Using Twitter for not-so-professional learning by Sheila B Robinson

Hello all! I’m Sheila B Robinson, aea365 Lead Curator and sometimes Saturday contributor with yet another gentle nudge toward a particular social media platform – Twitter! Did you just roll your eyes and almost stop reading? Please don’t. It’s you I want to talk to!

Lesson Learned: My Twitter introduction came years ago in a brief workshop when I was working for a public school district. The teacher told us how he used Twitter to connect with teachers all over the world, learn new instructional strategies, and get great recommendations for books and articles.

I was surprised at the time that Twitter wasn’t just about what celebrities ate for breakfast. I was still somewhat early in my evaluation career and thought Twitter might be a way to connect with other evaluators. Unfortunately, there weren’t many tweeting evaluators at that time.

In 2012 I responded to a tweet from an evaluator I didn’t know personally. We took a chance on each other and began collaboratively blogging about survey design. That writing relationship grew into joint conference presentations and co-facilitated workshops, and eventually a co-authored book! More importantly, it resulted in a great friendship.

Hot Tip: I continue to cull an incredible wealth of evaluation information from Twitter and it’s an easy, fun way to connect with my evaluation friends on a different level. In this time of global crisis, I’m appreciating it more than ever. As people continue to work and learn, they’re also letting us in on their lives. I’m learning about people’s kids and pets and where they live. I know the struggles they’re managing with work and homeschooling, and seeing them retweet stories they’ve found inspiring and just want to share. I’ve learned for example, that an evaluation colleague and I attended the same college and we had a fun time chatting about our pasts, the city, and an iconic restaurant.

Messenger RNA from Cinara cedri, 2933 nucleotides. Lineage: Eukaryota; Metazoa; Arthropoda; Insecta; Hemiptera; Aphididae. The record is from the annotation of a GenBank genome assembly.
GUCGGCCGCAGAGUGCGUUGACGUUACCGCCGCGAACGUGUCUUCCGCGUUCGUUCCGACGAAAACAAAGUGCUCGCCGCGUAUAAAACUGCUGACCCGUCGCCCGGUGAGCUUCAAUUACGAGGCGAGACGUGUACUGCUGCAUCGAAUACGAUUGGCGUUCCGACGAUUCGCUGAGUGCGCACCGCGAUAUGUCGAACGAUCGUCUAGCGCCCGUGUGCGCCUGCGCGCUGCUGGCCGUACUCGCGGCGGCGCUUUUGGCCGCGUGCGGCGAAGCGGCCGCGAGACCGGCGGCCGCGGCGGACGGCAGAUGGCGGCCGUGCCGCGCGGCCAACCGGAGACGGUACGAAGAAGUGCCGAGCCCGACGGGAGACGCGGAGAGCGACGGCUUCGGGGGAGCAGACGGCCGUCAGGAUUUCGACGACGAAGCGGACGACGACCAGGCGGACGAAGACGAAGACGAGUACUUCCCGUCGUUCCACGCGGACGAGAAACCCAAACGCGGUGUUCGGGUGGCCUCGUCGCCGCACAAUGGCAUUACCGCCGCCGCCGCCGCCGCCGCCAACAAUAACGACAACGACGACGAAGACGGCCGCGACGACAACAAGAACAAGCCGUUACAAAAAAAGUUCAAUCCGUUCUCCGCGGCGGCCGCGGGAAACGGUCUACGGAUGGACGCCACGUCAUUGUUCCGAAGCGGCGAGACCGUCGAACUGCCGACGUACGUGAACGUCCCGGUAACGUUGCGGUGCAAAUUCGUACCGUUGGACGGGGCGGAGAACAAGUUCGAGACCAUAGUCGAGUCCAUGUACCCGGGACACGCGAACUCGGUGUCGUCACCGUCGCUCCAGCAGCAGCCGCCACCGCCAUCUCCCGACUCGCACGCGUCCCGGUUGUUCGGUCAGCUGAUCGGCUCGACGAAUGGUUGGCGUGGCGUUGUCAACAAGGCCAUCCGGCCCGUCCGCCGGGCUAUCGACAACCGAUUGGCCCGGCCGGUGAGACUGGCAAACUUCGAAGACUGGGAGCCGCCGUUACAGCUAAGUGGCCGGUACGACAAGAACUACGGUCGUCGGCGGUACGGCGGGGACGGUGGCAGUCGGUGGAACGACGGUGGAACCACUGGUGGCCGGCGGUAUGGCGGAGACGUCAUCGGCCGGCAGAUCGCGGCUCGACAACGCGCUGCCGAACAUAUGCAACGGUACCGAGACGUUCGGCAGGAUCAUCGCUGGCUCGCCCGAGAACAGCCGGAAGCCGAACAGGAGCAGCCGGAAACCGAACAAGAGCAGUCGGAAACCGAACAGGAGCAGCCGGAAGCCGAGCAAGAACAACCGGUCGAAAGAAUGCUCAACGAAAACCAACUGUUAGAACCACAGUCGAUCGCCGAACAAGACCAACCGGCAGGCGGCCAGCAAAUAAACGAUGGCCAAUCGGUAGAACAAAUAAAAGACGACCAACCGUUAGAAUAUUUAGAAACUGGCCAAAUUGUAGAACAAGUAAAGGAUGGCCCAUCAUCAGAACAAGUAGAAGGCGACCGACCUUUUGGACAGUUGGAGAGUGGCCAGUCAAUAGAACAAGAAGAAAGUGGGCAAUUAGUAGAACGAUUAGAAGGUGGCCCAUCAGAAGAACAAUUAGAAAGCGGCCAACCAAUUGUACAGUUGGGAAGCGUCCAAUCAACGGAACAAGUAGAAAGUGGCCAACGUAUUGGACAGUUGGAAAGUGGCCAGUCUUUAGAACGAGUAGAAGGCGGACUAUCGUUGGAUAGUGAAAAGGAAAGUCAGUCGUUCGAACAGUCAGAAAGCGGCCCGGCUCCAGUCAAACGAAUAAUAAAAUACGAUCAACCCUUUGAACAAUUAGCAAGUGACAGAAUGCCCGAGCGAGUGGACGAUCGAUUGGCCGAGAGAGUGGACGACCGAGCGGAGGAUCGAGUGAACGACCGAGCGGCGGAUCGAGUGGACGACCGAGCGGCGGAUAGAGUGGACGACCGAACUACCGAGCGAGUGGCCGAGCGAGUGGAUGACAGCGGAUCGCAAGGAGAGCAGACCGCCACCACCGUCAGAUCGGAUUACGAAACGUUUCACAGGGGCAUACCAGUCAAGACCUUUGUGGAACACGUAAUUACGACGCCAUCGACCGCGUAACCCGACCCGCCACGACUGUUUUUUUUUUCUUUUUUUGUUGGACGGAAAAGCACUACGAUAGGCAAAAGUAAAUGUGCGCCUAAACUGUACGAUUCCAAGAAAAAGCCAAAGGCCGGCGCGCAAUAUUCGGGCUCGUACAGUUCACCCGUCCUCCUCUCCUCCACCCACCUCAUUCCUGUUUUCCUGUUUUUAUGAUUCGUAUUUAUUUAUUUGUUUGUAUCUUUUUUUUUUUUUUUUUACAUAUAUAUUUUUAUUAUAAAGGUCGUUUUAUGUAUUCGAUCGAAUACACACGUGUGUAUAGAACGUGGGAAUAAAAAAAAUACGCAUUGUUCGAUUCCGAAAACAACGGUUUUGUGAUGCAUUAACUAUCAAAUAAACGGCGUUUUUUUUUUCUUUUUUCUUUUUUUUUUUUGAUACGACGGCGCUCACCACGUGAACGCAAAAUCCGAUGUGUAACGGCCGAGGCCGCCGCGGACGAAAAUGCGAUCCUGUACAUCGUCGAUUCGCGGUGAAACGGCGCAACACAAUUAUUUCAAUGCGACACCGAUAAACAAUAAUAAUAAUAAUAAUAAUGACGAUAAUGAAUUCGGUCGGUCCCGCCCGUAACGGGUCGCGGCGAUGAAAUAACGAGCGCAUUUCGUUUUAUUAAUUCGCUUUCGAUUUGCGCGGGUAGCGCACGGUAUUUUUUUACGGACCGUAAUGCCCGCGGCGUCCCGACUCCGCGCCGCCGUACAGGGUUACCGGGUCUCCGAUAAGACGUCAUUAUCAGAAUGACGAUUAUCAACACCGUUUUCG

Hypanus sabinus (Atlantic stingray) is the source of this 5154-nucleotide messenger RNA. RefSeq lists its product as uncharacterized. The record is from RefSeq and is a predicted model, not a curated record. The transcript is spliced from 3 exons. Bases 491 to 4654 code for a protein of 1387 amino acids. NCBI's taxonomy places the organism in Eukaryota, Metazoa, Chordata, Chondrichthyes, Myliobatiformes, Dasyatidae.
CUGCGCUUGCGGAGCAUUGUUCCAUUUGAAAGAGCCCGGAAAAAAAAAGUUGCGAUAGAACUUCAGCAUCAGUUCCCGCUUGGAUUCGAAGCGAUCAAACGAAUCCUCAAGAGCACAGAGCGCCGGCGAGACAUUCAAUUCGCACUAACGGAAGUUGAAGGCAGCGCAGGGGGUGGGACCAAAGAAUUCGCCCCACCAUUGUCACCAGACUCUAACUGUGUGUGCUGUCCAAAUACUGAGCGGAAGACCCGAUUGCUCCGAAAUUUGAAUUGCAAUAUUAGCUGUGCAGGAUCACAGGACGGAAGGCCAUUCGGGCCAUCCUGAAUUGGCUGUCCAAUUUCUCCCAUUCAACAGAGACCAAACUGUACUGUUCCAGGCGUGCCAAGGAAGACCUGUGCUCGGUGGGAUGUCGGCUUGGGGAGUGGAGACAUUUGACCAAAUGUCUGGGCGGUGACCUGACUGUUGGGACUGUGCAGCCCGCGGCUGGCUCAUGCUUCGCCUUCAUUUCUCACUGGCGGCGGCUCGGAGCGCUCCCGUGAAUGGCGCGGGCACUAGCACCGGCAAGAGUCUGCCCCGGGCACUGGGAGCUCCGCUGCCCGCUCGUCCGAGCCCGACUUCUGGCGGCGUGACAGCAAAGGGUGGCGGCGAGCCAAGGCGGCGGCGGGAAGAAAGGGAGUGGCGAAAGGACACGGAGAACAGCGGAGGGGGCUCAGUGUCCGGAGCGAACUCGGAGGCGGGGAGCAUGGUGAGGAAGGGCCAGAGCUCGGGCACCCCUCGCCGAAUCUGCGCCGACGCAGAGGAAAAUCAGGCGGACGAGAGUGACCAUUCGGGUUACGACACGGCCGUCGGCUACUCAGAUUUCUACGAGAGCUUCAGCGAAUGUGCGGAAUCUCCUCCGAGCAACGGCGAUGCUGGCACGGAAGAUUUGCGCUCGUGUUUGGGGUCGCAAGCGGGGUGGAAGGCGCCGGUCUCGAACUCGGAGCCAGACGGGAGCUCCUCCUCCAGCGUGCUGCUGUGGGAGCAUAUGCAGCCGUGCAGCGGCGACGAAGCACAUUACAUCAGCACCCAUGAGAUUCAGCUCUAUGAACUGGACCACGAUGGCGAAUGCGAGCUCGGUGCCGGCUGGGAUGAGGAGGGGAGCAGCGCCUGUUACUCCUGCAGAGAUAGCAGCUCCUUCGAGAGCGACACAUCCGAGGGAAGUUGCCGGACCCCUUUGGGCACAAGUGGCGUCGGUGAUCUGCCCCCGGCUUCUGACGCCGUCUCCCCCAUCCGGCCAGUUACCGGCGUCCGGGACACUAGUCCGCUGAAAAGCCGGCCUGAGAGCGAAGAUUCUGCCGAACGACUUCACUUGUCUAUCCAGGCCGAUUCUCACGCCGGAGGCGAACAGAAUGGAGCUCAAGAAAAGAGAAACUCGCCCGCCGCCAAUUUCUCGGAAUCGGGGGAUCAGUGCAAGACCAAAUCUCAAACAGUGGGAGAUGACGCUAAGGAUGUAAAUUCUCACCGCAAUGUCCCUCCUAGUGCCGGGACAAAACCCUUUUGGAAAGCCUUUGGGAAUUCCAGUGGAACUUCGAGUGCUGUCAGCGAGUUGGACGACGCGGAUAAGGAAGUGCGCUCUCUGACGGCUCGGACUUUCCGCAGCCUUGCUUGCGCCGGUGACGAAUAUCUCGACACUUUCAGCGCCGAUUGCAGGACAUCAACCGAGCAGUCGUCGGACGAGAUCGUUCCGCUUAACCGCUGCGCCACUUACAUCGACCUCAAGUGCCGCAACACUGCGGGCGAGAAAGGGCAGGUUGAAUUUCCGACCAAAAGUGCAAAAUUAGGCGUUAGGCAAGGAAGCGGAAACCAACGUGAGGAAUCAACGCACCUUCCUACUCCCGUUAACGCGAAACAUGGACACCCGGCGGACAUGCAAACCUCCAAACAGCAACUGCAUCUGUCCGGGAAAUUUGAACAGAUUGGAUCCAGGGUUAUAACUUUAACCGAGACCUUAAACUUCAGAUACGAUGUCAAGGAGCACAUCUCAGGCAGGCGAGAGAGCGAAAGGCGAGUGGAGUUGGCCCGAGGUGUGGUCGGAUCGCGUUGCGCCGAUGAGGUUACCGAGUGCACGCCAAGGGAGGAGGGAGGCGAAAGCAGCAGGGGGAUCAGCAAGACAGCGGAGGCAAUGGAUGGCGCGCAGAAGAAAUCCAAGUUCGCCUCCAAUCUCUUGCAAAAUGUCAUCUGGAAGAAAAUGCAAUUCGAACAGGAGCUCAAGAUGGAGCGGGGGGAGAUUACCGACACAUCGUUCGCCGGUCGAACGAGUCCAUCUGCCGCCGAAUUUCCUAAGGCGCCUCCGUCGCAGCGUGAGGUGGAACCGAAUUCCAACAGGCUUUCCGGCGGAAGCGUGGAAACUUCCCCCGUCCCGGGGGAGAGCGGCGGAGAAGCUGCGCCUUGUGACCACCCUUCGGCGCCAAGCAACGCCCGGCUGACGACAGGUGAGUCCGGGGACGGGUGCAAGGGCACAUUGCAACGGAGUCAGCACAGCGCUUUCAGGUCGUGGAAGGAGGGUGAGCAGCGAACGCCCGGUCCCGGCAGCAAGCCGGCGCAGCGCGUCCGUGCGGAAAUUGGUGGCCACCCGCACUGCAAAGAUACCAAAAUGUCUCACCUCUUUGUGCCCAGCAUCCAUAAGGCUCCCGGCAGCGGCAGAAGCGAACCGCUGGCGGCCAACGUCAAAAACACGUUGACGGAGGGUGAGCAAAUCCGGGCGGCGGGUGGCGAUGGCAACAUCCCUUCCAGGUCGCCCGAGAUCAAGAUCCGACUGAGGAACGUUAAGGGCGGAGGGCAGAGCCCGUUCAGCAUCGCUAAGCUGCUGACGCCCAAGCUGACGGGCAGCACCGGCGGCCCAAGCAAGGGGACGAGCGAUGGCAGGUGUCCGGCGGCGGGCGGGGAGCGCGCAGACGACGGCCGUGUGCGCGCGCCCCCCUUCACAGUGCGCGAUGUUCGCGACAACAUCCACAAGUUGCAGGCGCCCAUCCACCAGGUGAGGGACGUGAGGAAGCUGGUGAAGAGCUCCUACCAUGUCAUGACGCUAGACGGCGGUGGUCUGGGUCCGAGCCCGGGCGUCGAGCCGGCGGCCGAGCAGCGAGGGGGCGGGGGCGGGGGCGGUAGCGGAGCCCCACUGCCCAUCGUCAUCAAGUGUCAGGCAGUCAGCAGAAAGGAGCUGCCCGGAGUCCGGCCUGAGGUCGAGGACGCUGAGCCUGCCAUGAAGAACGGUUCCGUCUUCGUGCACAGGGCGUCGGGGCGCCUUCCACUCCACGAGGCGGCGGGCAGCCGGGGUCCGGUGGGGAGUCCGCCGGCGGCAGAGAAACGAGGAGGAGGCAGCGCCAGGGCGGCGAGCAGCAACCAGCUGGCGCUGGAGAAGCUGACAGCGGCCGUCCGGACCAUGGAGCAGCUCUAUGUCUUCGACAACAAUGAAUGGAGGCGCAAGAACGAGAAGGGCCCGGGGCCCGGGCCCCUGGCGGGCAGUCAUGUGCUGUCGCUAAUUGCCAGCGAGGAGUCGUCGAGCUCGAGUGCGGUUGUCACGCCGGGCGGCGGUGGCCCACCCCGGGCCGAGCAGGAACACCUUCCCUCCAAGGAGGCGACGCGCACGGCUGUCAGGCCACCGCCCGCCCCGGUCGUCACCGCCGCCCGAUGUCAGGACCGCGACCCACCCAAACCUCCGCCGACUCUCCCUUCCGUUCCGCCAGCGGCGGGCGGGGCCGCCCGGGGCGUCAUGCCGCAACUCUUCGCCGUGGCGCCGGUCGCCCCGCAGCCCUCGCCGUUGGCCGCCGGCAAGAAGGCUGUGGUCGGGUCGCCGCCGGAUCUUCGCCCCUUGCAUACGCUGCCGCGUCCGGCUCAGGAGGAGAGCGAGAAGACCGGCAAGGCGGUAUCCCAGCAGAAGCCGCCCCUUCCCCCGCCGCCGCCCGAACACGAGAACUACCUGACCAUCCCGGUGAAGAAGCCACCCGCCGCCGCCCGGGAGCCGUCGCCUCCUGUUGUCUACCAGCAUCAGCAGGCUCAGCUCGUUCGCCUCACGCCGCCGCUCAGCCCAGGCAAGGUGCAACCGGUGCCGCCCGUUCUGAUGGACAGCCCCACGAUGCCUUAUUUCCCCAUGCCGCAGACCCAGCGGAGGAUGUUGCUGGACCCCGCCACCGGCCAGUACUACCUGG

Cool Trick: Ready to get in the conversation? You can start with my list of 900+ evaluators (yes, it really HAS caught on among evaluators!) on Twitter: https://twitter.com/i/lists/81871654. You can just scroll through and see what evaluators are tweeting about these days. You can subscribe to the list so you have it in your account whenever you want to look. And, (I highly suggest this!) look through the list of members and follow some or all of them! Everyone appreciates a genuine follow on Twitter.

Hot Tip: Once you follow a bunch of people it gets hard to keep up with all the tweets. But, that’s also the beauty of it. You don’t have to! You can go to a particular profile and see what, if anything, they have recently tweeted. You can follow certain hashtags (e.g., #Evaluation, #EvalTwitter, #Dataviz, #Surveydesign) or accounts (I follow @_youhadonejob1 for fun, and scroll through their tweets when I need a break!).

Rad Resources: We’ve featured many, many articles on Twitter over the years – some about WHY to use it and others about HOW. Just type “twitter” in the search box and start reading!

Do you have questions, concerns, kudos, or content to extend this aea365 contribution? Please add them in the comments section for this post on the aea365 webpage so that we may enrich our community of practice. Would you like to submit an aea365 Tip? Please send a note of interest to aea365@eval.org. aea365 is sponsored by the American Evaluation Association and provides a Tip-a-Day by and for evaluators.

8 thoughts on “Using Twitter for not-so-professional learning by Sheila B Robinson”

  1. Hi Sheila,

    I love the fact that you discussed the importance and benefits of Twitter. I too was introduced to the effectiveness of Twitter years ago when I was in Teacher’s College. I did not realize the positive impact it would have on me and the connections that could be made. Unfortunately, over the years I have lessened my usage of Twitter and not relied on it as much as possible. I am currently taking my Master’s in Education and I am so happy I came across your blog because it reminded me of the importance of using Twitter to engage, learn and share. I appreciated the list you provided and the hashtags. I will look into those. I have now made a goal to use Twitter several times weekly and to try to connect to other educators that share the same interests I do.

    Thanks for sharing!
    Shanna

  2. Hi Sheila,

    I am an education graduate student taking a course on program evaluation for the first time this semester. This course has led me to discover the AEA365 Blog and your post.